Open Source Storage Technology Crafters

The conversation often starts with a challenge. “What’s so great about open source storage technology?

For the casual end users of storage systems, regardless of SAN (definitely not Fibre Channel) or NAS on-premises, or getting “files” from the personal cloud storage like Dropbox, OneDrive et al., there is a strong presumption that open source storage technology is cheap and flaky. This is not helped with the diet of consumer brands of NAS in the market, where the price is cheap, but the storage offering with capabilities, reliability and performance are found to be wanting. Thus this notion floats its way to the business and enterprise users, and often ended up with a negative perception of open source storage technology.

Highway Signpost with Open Source wording

Storage Assemblers

Anybody can “build” a storage system with open source storage software. Put the software together with any commodity x86 server, and it can function with the basic storage services. Most open source storage software can do the job pretty well. However, once the completed storage technology is put together, can it do the job well enough to serve a business critical end user? I have plenty of sob stories from end users I have spoken to in these many years in the industry related to so-called “enterprise” storage vendors. I wrote a few blogs in the past that related to these sad situations:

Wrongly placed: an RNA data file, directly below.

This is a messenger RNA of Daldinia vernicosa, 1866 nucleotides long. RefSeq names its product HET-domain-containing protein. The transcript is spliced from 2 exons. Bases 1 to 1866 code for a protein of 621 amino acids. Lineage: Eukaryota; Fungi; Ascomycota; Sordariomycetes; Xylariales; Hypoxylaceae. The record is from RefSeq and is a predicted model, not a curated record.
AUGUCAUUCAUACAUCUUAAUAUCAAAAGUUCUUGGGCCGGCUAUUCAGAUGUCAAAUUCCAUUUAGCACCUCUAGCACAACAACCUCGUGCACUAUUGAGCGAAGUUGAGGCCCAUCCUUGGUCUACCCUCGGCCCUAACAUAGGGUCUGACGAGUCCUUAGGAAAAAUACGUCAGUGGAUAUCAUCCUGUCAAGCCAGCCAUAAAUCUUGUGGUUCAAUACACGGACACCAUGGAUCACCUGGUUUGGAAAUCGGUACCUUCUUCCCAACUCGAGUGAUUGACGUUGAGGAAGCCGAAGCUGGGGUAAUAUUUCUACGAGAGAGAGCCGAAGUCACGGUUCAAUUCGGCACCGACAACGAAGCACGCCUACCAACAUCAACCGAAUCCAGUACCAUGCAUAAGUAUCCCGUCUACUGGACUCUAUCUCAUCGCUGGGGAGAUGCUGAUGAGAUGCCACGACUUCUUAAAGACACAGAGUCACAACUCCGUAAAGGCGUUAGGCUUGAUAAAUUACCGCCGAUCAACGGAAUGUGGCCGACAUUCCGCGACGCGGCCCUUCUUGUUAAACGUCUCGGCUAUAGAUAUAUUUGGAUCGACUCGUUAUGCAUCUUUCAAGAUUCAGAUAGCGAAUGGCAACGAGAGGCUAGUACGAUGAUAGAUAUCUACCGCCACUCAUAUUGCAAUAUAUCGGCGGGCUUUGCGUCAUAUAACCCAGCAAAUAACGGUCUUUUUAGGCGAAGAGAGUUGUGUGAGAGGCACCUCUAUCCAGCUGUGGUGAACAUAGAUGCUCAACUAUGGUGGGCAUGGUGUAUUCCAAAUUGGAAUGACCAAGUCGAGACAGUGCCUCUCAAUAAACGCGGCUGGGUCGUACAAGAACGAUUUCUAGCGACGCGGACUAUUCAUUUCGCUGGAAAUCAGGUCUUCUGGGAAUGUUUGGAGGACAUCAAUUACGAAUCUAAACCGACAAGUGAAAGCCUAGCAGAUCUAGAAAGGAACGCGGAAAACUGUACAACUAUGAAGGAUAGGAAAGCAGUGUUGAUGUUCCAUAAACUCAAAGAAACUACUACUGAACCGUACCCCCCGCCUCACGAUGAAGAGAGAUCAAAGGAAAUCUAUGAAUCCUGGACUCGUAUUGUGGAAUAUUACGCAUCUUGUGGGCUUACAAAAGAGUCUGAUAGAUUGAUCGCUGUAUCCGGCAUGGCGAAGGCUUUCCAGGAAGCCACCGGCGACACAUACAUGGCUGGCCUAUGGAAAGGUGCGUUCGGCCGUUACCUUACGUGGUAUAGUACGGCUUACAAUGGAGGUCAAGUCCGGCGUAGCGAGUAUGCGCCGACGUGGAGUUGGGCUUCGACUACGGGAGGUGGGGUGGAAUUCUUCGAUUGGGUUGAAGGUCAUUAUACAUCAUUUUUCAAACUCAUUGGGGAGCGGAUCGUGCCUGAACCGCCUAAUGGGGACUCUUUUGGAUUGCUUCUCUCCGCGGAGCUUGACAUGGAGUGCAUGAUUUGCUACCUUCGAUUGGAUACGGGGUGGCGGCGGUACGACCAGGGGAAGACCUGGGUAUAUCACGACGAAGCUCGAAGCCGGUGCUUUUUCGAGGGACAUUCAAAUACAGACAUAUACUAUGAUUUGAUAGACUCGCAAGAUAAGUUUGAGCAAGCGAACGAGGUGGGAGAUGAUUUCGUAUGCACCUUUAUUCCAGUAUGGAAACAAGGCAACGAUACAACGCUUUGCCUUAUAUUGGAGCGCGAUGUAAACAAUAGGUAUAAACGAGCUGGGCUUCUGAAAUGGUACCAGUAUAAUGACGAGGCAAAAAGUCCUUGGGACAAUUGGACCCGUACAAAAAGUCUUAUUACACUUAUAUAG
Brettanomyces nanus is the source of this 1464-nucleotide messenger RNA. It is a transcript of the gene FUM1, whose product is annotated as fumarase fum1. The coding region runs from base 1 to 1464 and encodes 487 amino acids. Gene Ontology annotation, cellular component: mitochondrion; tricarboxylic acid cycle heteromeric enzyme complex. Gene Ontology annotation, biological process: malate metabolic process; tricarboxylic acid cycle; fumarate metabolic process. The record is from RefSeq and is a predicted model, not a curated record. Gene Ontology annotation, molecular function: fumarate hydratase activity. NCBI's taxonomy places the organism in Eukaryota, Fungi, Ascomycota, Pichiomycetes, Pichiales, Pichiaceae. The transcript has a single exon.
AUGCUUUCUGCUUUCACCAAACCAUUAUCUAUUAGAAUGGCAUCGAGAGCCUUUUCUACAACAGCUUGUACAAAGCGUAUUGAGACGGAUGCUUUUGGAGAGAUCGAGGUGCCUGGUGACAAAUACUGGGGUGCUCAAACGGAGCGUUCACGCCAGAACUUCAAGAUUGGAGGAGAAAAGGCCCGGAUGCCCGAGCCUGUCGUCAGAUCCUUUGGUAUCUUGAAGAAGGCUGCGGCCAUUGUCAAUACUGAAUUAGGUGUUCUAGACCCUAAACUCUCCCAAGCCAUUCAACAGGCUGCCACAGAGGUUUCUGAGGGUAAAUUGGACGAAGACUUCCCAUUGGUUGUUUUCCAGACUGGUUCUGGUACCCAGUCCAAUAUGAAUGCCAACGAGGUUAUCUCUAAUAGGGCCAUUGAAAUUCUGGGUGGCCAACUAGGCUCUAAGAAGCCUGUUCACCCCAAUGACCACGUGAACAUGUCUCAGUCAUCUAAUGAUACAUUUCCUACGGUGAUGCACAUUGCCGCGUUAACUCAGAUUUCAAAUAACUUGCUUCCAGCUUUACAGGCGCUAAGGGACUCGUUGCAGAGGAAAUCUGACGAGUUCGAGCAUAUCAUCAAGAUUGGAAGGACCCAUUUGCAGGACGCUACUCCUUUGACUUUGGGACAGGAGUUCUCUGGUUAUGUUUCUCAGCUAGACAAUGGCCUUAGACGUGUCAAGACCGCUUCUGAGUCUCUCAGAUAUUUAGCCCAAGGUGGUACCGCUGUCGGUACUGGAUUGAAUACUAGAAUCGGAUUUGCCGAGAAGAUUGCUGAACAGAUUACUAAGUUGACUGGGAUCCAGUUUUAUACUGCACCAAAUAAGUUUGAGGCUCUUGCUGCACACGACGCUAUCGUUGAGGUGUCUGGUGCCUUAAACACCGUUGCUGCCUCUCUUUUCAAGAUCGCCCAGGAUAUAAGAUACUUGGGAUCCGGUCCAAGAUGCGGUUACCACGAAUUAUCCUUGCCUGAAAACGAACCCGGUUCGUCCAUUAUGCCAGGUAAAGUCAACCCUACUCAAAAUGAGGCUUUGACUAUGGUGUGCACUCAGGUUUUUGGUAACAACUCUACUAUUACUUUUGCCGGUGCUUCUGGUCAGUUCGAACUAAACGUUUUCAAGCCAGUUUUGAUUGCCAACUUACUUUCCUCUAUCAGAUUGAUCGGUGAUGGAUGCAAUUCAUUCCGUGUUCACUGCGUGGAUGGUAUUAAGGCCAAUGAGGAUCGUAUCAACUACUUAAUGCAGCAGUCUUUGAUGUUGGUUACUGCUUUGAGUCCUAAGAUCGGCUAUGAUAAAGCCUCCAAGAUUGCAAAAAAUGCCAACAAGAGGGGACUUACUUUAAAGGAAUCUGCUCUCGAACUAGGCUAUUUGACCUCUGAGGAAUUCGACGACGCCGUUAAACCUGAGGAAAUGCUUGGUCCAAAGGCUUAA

We have such storage offerings rigged with cybersecurity risks and holes too. In a recent Unit 42 report, 250,000 NAS devices are vulnerable and exposed to the public Internet. The brands in question are mentioned in the report.

I would categorize these as storage assemblers.

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The waning light of OpenStack Swift

I was at the 9th Openstack Malaysia anniversary this morning, celebrating the inception of the OpenInfra brand. The OpenInfra branding, announced almost a year ago, represented a change of the maturing phase of the OpenStack project but many have been questioning its growing irrelevance. The foundational infrastructure components – Compute (Nova), Image (Glance), Object Storage (Swift) – are being shelved further into the back closet as the landscape evolved in recent years.

The writing is on the wall

Through the storage lens, I already griped about the conundrum of OpenStack storage in Malaysia in last year’s 8th anniversary. And at the thick of this conundrum is OpenStack Swift. The granddaddy of OpenStack storage has not gotten much attention from technology vendors and service providers alike. For one, storage vendors have their own object storage offering, and has little incentive to place OpenStack Swift into their technology development. Continue reading